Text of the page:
On April 12, 2023, around 10:30 pm the Shapella upgrade was activated on the Ethereum mainnet. It consisted of the Capella hard fork that added new things to its consensus layer and the Shanghai upgrade to the execution layer. The major change introduced by it was the withdrawal of staked Ether. Let’s unpack the event and analyze its aftermath.
Timeline of the Merge
The Shanghai upgrade became the final step in completing the transition from Proof-of-Work to Proof-of-Stake that started in 2020.
The first milestone in this journey was the launch of the Beacon chain mainnet. At the time, it was also known as Ethereum 2.0. This was a completely independent chain from the PoW Ethereum network, with its own set of rules and validators. Notably, it did not have a way to withdraw staked assets from the very beginning, and nodes had to trust Ethereum developers that they will eventually merge this chain with the mainnet and enable staking withdrawals.
In a little while, the Ethereum Foundation proposed an alternative naming convention for the new network structure. They retired the names Ethereum 2.0 and ETH 2.0 because it created the impression that the new chain will make the old one obsolete or replace it. In reality, their plan was to merge the two coexisting chains, and thus, the upgrade came to be known as The Merge.
Almost two years later, in September 2022, the developers achieved an incredible feat and activated The Merge, making the Beacon chain the consensus layer and the PoW chain the execution layer of Ethereum while replacing the consensus mechanism with Proof-of-stake at the same time. The most impressive thing was that it all happened without any downtime or outages.
Nevertheless, the Proof-of-Stake transition was still not complete: ETH unstaking was not available until now. After the Shanghai upgrade on April 12, 2023, the validators can finally unstake ETH partially or entirely.
Despite colloquially being known as the Shanghai hard fork, the actual name of the upgrade is Shapella. It is a portmanteau word made of the combination of Shanghai and Capella, which are the names of hard forks on the execution and consensus layers respectively. The full list of Ethereum improvement proposals included in the upgrades beyond the most noteworthy ones can be found in the Foundation’s blog.
Since the two are a package deal, network validators should update both the beacon node and a validator client. Developers of Ethereum smart contracts should keep an eye on deprecated opcodes but otherwise, these hard forks do not introduce breaking changes. ETH holders also don’t need to take any special steps or actions.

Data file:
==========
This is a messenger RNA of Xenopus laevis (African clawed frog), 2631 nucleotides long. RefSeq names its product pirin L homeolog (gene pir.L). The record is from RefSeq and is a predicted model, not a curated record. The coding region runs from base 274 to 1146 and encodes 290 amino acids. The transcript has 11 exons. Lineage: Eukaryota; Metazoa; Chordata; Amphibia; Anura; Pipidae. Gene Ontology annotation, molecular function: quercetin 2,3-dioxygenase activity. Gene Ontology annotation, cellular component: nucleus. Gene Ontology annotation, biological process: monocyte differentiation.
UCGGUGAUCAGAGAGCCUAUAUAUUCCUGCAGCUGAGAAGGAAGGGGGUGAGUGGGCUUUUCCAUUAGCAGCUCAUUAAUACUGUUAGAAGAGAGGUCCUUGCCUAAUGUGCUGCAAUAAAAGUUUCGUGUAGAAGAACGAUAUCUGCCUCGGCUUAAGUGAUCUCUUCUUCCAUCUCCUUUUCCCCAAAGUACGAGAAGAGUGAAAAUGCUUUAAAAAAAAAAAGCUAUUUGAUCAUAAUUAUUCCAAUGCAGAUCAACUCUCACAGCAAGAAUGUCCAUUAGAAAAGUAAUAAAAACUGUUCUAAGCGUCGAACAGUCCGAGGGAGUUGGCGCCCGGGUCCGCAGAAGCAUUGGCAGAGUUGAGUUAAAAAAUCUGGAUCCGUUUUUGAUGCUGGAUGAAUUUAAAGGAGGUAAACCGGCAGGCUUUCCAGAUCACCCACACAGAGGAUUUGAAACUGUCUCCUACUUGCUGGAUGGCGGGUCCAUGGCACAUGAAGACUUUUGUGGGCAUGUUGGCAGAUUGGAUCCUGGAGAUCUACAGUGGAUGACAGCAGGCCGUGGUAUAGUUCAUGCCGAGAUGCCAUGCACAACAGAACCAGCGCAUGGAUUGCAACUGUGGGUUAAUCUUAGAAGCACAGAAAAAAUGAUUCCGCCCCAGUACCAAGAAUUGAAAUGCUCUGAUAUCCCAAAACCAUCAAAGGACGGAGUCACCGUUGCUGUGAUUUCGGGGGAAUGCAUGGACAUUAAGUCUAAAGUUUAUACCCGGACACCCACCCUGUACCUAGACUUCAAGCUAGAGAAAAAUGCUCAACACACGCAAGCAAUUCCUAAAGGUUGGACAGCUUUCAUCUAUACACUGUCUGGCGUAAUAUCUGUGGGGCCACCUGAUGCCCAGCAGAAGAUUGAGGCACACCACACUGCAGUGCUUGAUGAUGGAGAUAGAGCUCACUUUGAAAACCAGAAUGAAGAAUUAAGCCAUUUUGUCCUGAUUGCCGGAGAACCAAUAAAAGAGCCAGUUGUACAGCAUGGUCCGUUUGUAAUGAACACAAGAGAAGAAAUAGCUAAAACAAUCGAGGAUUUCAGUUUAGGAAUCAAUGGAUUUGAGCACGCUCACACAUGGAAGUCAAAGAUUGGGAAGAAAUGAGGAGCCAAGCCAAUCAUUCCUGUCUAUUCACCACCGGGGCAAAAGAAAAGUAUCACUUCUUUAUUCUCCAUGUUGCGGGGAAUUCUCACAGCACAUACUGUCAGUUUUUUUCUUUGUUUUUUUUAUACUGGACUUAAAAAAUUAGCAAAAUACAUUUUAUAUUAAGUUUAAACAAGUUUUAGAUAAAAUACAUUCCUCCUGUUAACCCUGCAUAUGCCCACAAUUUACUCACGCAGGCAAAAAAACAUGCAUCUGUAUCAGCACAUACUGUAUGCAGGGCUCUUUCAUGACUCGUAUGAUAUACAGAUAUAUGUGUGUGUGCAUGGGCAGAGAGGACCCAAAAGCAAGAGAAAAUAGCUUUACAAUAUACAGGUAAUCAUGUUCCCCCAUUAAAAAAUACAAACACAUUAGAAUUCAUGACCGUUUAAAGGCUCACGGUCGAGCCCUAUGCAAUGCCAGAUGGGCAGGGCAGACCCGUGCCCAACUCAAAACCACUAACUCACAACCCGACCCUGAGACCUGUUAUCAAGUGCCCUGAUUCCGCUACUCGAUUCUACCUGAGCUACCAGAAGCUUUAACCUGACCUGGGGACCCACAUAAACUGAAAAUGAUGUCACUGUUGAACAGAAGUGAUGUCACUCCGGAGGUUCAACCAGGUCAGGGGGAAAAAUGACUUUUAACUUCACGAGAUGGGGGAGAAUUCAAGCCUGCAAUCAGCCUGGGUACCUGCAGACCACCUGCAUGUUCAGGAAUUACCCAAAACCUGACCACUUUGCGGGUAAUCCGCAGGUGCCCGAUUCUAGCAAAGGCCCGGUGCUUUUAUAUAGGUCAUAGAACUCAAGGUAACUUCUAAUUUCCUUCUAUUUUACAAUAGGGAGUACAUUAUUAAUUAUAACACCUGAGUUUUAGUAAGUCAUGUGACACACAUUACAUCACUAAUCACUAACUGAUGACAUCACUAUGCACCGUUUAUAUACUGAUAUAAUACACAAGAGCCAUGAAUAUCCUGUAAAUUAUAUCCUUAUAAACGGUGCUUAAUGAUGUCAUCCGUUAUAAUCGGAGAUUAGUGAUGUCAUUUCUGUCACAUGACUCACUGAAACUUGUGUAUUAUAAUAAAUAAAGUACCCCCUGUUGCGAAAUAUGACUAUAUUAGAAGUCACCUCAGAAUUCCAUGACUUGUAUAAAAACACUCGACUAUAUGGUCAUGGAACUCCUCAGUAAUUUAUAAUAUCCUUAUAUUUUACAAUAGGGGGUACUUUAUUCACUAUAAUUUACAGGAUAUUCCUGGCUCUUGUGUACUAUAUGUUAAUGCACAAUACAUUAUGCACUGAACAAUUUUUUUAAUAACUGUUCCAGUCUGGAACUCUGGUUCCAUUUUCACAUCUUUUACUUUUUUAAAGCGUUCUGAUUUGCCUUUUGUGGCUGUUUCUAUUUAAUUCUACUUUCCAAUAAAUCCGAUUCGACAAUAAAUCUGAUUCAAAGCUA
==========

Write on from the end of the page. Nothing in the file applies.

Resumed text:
How ETH Withdrawals Work
The network validators will have two options to collect the rewards. There are full and partial withdrawals enabled after the upgrade. A node operator should check whether it has an active withdrawal address, which could be provided when setting up a node. If not, they will need to migrate their withdrawal credentials. The withdrawal transaction and a withdrawal address setup are one-time and irreversible.
By initiating a full withdrawal, the validator essentially quits. It doesn’t happen instantly, since the validator is put into the queue and their placement depends on the size of the stake. The queue uses the same formula as the validation approval process, meaning the more active validators there are on the network, the faster the exit from the Beacon chain.
To collect any excess ETH and continue participating in the consensus, the user has to initiate a partial withdrawal. The partial withdrawals are also put in the queue but are processed faster than the full ones. These rewards will be immediately available for spending.
In other words, there is a buffer to prevent mass withdrawals of staked ETH. The unlocking coins will enter circulation gradually.
The Impact of the Ethereum Shanghai Upgrade
The impact of the Shapella hard fork on the crypto market and ETH is divisive. While for Ethereum users and developers this is an important milestone, other investors predict sell pressure from the previously staked Ether entering the market. After all, at the time of the upgrade, 14% of the total ETH supply was locked behind staking.
JPMorgan is one of the most bearish voices in the room. Their analyst Nikolaos Panigirtzoglou cited the amount of ETH to enter the market this week — more than Ξ1 million — as well as a possibility for “troubled entities” to derisk by unstaking ETH in the coming weeks. He could have been referring to a bankrupt crypto lender Celsius which is speculated to exit its staking position.
Bank of America and Coinbase, on the contrary, believe it will only increase ETH’s volatility by a few percent. On-chain data analytics service Glassnode provides data to back their claims.
Tech-focused media outlet Wired highlighted a surprising consequence of the Merge completion. They claim it can reignite the debate on the environmental impact of Bitcoin, providing weighted arguments from both sides.
After Ethereum’s Shanghai upgrade, the Merge is officially complete. However, the development roadmap is far from being blank: the next stop is integrating rollups into the Ethereum blockchain! ETH users still have something to look forward to in the future.
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